SG and Senate of College Councils approve joint “vote of no confidence” against Regent Hall

Jordan Rudner and Anna Daugherty

Student Government members registered formal disapproval of the recent actions of UT Regent Wallace Hall, approving a “vote of no confidence” against Hall at their meeting Tuesday.

The joint resolution with the Senate of College Councils, which was passed with 25 SG votes, was proposed in light of recent allegations that Hall violated student privacy, according to Senate president Andrew Clark. SG President Horacio Villarreal and SG Chief Justice Philip Wiseman proposed the resolution together with Clark.   

“We are saying as students that we do not have confidence in Regent Hall to perform his duties,” Clark said.

Hall is currently under investigation by the House Select Committee on Transparency in State Agency Operations for allegedy overstepping his boundaries as a regent. Last week, the commitee heard testimony from UT System employees who said Hall had received documents with unredacted student information typically protected under the Family Educational Rights and Privacy Act.

According to the board’s general counsel Francie Frederick, the information was mistakenly given to Hall after University and UT System officials took unorthodox steps to grant him access to the hundreds of thousands of documents he requested.

“If I were replaying this, we would not hand one document to Regent Hall before someone in my office actually looked at it,” Frederick said in her testimony. “I think we failed him by allowing this to happen.”

After seeing private student information, Hall allegedly showed the documents to his private attorney, Frederick said. 

The legislation was fast-tracked to a vote, and members of student government received the resolution less than an hour before the SG meeting began, according to Melysa Barth, a representative for the College of Education. Typically, legislation must be submitted by midnight on the Friday preceding an SG meeting.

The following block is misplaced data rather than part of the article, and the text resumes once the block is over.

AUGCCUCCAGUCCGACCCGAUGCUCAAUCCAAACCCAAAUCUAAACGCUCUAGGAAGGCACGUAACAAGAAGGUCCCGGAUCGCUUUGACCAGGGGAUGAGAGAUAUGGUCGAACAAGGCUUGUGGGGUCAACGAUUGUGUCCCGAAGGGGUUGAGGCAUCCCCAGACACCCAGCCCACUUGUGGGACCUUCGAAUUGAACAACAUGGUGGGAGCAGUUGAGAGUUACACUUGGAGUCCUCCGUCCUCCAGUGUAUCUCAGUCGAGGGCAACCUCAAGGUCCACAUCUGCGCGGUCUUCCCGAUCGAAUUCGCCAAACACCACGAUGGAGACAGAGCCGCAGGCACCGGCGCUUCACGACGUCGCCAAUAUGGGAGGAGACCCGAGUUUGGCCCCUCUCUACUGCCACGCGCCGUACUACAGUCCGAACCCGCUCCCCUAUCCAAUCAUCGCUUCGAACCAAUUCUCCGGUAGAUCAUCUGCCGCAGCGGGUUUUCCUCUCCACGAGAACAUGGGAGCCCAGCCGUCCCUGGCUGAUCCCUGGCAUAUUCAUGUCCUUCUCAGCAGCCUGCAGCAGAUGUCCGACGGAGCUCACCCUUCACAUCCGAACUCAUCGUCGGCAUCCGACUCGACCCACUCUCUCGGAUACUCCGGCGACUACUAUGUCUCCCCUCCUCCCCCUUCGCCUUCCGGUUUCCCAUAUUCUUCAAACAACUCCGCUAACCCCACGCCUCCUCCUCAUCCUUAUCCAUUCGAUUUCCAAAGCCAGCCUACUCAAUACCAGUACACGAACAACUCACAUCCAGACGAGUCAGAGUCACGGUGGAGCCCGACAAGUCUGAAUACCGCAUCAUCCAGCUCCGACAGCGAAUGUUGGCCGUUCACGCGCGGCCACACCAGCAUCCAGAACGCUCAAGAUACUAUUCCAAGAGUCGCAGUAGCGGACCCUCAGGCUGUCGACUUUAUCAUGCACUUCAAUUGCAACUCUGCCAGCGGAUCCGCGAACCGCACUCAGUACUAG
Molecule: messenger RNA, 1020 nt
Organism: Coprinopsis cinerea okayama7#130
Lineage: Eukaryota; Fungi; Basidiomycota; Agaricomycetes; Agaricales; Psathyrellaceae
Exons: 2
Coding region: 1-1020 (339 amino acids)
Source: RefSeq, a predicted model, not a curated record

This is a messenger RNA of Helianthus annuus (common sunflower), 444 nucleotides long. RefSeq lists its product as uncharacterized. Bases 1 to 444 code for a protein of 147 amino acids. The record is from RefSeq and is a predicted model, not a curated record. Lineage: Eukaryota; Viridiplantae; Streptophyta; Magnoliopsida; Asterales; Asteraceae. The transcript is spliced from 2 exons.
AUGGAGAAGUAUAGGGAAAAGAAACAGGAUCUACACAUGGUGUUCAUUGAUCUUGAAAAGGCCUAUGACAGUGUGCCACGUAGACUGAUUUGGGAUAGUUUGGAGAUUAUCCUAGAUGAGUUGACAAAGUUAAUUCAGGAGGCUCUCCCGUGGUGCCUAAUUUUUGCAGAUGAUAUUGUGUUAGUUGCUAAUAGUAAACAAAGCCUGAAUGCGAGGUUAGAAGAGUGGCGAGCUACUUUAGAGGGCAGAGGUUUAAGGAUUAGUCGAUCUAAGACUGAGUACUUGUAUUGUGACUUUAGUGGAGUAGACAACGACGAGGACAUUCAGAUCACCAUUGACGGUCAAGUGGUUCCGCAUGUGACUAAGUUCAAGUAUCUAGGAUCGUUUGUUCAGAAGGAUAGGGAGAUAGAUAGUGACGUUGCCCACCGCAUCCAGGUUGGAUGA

Barth said the last-minute nature of the resolution left her unable to determine how her constituents felt about Hall’s performance.

“It is not your job to vote on behalf of yourself; it is your job to vote on behalf of your constituents,” Barth said at the meeting.

Business student Garrett Neville, who voted no to the resolution, said he had similar concerns.

“I’m supposed to represent my constituents, and I have not had the chance to hear from them,” Neville said.

Ali Raza, University-wide representative and member of the Liberal Arts Council, said he felt strongly about the importance of the resolution and said he was prepared to represent the desires of the Council. 

“This is almost unanimously supported by the Liberal Arts Council,” Raza said. “I can justify voting in favor of this resolution — it is our job to vote about the contents of this resolution.”

Architecture student representative Andrew Grant Houston said he was frustrated by the attention Hall’s actions were receiving.

“There is a new university being built in Rio Grande … that should be the biggest thing going on this year, but it’s not,” Houston said at the meeting. “It’s being undermined by Regent Wallace Hall’s actions.”